It is a no-brainer to write a blog about color as a designer. Almost every creative person uses this topic. People have been writing about the meaning of color for centuries. 

What it is. 
What it means. 
How to use it. 

Yet the meaning of color is not as black and white as it seems. You can’t just put a generic label on a color. The meaning of color also has to do with culture, history, and geography. That is why, as a designer, it is always important to know the target group for which you are designing.

For example, the color yellow. Ask the average Dutch person how the color yellow makes them feel. They will give you answers like: ‘summer, sun, cheerful, happy. Some even make the connection with Easter. Yet the color yellow in the art movement ‘Expressionism’ stood for hatred and jealousy.

In the western world, white stands for virginity, purity, clarity, and innocence. However in Eastern countries, white stands for death, mourning, and funerals. This a clear example of why it is important to know who you are designing for.

Everybody knows when you see pink balloons, a baby girl is born and in blue balloons, the baby is a boy. Yet in the 19th century, those colors were used the other way around. Pink stood for boys and blue for girls. Because the blue color was related to the color of the robe of the Virgin Mary. The color pink for boys was derived from the warrior red for men.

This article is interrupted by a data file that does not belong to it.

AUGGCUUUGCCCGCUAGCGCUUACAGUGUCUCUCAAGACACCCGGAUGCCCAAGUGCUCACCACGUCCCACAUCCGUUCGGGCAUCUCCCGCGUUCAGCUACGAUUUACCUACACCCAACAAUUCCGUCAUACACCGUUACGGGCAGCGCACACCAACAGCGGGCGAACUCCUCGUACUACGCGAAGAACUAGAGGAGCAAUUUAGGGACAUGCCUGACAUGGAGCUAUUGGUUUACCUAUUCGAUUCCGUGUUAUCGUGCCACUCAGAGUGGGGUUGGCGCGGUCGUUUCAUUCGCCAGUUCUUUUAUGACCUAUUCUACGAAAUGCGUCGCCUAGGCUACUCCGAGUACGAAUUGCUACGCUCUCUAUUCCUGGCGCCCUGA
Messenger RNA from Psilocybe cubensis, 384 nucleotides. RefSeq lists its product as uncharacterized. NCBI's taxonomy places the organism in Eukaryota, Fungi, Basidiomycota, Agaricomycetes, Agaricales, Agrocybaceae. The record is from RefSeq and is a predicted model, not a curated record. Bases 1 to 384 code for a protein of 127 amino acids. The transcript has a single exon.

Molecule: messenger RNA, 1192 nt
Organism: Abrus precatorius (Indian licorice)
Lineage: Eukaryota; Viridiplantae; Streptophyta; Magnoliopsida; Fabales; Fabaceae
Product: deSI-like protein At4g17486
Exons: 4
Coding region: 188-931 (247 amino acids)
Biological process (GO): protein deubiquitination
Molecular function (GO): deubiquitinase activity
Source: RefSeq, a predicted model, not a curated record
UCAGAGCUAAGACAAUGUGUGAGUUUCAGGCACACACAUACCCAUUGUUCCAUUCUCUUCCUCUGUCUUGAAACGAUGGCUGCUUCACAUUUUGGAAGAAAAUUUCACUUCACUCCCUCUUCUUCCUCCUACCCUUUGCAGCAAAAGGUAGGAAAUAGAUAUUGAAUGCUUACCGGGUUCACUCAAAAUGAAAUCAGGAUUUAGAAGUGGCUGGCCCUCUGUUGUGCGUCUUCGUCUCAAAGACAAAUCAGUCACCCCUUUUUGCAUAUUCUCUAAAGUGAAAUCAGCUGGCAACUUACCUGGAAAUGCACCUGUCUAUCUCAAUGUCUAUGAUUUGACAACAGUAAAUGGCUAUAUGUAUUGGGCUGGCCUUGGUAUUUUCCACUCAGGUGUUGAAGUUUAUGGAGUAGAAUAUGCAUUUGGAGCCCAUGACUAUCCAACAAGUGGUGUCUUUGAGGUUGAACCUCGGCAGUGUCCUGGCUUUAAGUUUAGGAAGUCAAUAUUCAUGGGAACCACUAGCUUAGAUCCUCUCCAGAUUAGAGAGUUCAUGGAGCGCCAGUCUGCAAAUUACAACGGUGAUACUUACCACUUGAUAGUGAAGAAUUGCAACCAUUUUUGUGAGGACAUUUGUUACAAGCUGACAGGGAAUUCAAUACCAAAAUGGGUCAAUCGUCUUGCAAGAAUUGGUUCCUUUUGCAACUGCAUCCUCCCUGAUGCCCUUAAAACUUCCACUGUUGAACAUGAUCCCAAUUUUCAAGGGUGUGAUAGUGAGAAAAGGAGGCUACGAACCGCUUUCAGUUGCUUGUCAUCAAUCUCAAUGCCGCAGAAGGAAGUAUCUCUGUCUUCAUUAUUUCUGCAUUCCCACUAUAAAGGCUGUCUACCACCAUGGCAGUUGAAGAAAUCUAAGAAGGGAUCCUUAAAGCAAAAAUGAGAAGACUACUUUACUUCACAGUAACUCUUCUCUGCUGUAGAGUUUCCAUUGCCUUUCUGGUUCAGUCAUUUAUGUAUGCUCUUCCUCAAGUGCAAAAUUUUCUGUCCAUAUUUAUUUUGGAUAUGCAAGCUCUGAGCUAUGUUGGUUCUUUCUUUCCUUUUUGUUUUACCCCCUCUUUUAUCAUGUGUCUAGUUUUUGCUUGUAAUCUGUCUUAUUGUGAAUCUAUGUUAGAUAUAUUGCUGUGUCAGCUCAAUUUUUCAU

A green color today stands for nature, calm, and healing, however, if you go back in history, you will come across a completely different explanation of the color that used to stand for toxicity, jealousy, and disease.

Another example is the color red. In Eastern cultures, red is associated with happiness and joy, it is used at many weddings and celebrations. However in Russian culture, red stands for Communism. But in South African culture red stands for mourning. Red in English culture stands for prostitution. This is a clear example of where you can go completely wrong as a designer if you design for different cultures.

My conclusion is, that I can not write ‘just another article about color. At the end of the day, it’s not only what others say about a certain color but also what your personal preference is when it comes to color. My favorite colors changed over the years. Right now I’m drawn to everything that has the color turquoise but also orange or pink. I’d love to know your favorite color!

Do you want to know more about the history of color? I suggest looking into interesting books that explain the psychology and history of color.

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